Never be afraid to dream big.
That’s what José Hernández told a rapt crowd of kids and adults at the Calistoga Boys & Girls Club April 12.
And he should know. As one of four children from a migrant farming family from Mexico, with hard work and perseverance, Hernández achieved his boyhood dream to become a NASA astronaut.
Much of his childhood was spent on what he calls “the California circuit,” traveling with his family from Mexico to southern California each March, then working northward to the Stockton area by November, picking strawberries and cucumbers at farms along the route. Then they would return to Mexico for Christmas, and start the cycle all over again come spring.
Hernández, 56, said he didn’t learn English until he was 12 years old. His education started to gain traction when, at the urging of his teacher, the family moved to Stockton permanently when he was in second grade.
Then, in 1972, the live television broadcast of the final Apollo 17 moon landing made a profound impression on him.
Hernández described watching the last Apollo mission on a black and white TV, adjusting the rabbit ear antennae. He walked outside to look at the moon, then back inside to watch astronaut Gene Cernan walk on the moon.
“I said ‘that’s what I want to do.’ I can still hear (newsman) Walter Cronkite,” Hernández said.
What really solidified the dream was hearing, on a small radio in the middle of a beet field, that Franklin Chang-Diaz had become the first Hispanic-American chosen to travel into space.
“I was hoeing a row of sugar beets in a field near Stockton, and I heard on my transistor radio that Franklin Chang-Diaz had been selected for the Astronaut Corps,” said Hernández, who was a senior in high school at the time. “I was already interested in science and engineering, but that was the moment I said, ‘I want to fly in space.’”
Hernández would eventually meet Chang-Diaz one day, and stressed the importance of role models.
“At first I thought, ‘someone beat me to it.’ Then I thought, ‘someone is paving the way. It empowered me. I thought ‘if he can do it, why can’t I?’”
Still, that dream seemed a long ways away.
Hernández shared his dream with his parents and his teachers. His father, who had a third-grade education, gave him a recipe for success that Hernández has never forgotten.
“He said ‘I think you can do it’ and he gave me five ingredients.”
First, decide what you want to be, then recognize how far you are from your goal.
“I looked our situation and said, ‘Father, I don’t think I could be any farther.’”
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His father told him to draw a roadmap to keep him focused. He also said stay in school, go to college and work hard. Put effort into your books and your job, and always give more than what people expect, he said. Lastly, maintain perseverance.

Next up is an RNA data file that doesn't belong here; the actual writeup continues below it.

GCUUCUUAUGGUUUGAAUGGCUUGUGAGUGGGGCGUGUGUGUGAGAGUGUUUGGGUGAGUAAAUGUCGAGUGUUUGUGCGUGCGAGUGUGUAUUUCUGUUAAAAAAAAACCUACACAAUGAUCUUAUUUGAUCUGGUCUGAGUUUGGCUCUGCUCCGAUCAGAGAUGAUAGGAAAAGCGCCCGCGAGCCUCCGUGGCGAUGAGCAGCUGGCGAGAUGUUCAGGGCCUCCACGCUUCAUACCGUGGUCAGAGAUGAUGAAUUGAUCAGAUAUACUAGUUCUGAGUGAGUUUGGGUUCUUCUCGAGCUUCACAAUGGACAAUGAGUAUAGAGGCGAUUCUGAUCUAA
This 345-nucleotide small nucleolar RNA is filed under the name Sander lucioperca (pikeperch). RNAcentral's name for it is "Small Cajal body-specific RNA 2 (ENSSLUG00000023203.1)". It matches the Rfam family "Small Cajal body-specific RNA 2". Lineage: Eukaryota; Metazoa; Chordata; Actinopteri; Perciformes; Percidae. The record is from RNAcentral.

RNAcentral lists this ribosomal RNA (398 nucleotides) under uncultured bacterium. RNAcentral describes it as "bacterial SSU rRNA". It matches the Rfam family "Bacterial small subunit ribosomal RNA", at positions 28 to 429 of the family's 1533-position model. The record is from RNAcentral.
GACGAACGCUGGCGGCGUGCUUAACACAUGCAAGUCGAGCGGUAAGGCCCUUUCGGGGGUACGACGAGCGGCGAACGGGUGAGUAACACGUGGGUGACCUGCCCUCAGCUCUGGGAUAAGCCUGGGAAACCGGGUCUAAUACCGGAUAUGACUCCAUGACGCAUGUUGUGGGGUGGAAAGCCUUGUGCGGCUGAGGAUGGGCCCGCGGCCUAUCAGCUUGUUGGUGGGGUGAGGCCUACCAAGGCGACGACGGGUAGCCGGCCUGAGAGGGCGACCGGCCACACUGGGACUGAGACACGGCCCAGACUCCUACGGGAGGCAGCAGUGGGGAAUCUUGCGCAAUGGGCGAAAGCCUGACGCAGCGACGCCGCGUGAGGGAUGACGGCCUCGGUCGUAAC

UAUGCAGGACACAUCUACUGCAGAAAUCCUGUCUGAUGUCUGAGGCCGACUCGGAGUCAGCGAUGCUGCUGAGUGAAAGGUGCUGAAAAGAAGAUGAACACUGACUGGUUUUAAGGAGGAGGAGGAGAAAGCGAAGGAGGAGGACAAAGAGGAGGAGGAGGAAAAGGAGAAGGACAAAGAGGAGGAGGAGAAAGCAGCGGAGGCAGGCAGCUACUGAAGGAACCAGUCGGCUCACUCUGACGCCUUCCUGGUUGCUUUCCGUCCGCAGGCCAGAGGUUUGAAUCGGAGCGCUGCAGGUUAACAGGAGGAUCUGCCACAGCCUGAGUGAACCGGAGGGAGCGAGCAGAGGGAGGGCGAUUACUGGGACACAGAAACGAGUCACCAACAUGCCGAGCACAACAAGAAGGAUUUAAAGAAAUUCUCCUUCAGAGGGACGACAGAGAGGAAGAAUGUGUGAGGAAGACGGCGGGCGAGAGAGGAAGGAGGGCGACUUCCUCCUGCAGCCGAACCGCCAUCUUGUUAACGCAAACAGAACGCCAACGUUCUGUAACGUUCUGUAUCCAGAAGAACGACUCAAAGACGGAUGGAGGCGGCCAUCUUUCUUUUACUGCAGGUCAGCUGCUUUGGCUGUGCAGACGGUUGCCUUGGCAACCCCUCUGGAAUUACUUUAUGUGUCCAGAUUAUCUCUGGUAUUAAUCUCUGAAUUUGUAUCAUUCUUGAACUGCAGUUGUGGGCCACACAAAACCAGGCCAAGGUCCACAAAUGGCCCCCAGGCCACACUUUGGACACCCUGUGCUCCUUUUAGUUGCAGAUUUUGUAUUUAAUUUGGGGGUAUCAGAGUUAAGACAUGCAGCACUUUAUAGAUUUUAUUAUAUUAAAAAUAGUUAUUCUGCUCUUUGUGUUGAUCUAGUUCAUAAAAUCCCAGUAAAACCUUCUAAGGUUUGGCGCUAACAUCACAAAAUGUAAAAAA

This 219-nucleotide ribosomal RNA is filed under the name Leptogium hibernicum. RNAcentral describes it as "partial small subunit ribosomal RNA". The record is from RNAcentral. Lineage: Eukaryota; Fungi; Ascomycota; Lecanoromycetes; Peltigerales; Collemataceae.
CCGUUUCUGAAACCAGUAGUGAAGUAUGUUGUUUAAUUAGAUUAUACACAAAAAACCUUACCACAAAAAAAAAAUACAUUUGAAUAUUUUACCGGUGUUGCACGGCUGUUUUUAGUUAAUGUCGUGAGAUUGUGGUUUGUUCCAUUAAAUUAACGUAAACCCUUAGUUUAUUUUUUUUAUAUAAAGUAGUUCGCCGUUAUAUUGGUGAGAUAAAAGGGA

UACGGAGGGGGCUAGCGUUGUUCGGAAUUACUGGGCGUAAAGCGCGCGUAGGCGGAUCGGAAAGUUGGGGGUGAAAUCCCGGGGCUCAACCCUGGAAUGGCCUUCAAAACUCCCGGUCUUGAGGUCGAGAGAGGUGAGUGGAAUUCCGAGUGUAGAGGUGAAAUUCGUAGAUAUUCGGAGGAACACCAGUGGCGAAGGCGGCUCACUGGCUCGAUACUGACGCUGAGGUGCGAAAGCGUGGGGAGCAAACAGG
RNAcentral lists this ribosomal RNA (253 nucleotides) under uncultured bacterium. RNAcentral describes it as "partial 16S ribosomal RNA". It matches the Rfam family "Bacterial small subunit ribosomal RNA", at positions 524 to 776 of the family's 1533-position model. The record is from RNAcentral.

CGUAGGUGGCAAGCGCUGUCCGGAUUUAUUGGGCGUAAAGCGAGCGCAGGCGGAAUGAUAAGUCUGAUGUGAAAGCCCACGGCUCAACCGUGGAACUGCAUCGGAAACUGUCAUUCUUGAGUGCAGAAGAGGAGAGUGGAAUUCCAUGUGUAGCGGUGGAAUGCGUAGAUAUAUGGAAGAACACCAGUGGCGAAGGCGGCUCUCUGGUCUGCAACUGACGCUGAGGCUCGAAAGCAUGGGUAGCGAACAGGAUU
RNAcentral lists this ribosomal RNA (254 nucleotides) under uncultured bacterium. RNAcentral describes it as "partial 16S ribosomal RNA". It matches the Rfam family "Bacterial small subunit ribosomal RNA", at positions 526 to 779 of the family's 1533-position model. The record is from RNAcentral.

His father’s advice served Hernández well, although later on he had to be reminded about the perseverance part.
After graduating high school in Stockton, Hernández enrolled at the University of the Pacific in Stockton, where he earned a degree in electrical engineering and was awarded a full scholarship to the graduate program at the University of California in Santa Barbara, where he continued his engineering studies.
In 1987 he accepted a full-time job with Lawrence Livermore National Laboratory where he worked on applications in radar imaging, computed tomography, and acoustic imaging. Later in his career, he helped develop the first full-field digital mammography imaging system and has won recognition awards for his work on that project.
All the while he pursued his dream. Hernández explained how he applied to NASA six times and was rejected again and again.
Discouraged after the sixth rejection, he crumpled up the letter, threw it away, and gave up on his dream. His wife found the paper and said it wasn’t like him to lose hope, and that if he gave up on his dream the question ‘What if?’ would gnaw at him the rest of his life.
That’s when Hernández made a point to find out what made a successful candidate and went to work making himself stand out from those with only the minimum qualifications for NASA.
He learned to be a pilot. He got certified as a scuba diver, and ran marathons. He also took a job representing Livermore and the U.S. Department of Energy on Russian nuclear non-proliferation issues that had him traveling to Russia. So he also learned to speak Russian.
After applying to NASA again, Hernández received a letter back that began, ‘Dear Mr. Hernández,’ not ‘Dear applicant.’ But still he was denied. In all, he was denied 12 times before he was finally accepted into the program in 2004.
At NASA he underwent physical and psychological examinations, as the pool of trainees was whittled down.
In 2009, his dream came true when he served as flight engineer on Space Shuttle Discovery on a mission to the International Space Station.
In describing the flight, Hernández said the rocket goes from 0 to 17,500 mph in 8-1/2 minutes.
“It’s the best ride at Disneyland,” he said.
Hernández spent 14 days in space as the crew delivered seven tons of equipment.
In 2016 he was the recipient of the National Hispanic Hero Award, presented by the United States Hispanic Leadership Institute. He now heads a foundation called Reaching for the Stars that emphasizes that with education, anything is possible.
At the Boys & Girls Club, Hernández told the kids in audience, “Never give up.” He advised the adults in the room to keep the kids motivated and positive.
“One day we’re going to read about one of these kids that have passed through the doors of this Boys & Girls Club, and that they are going to Mars.”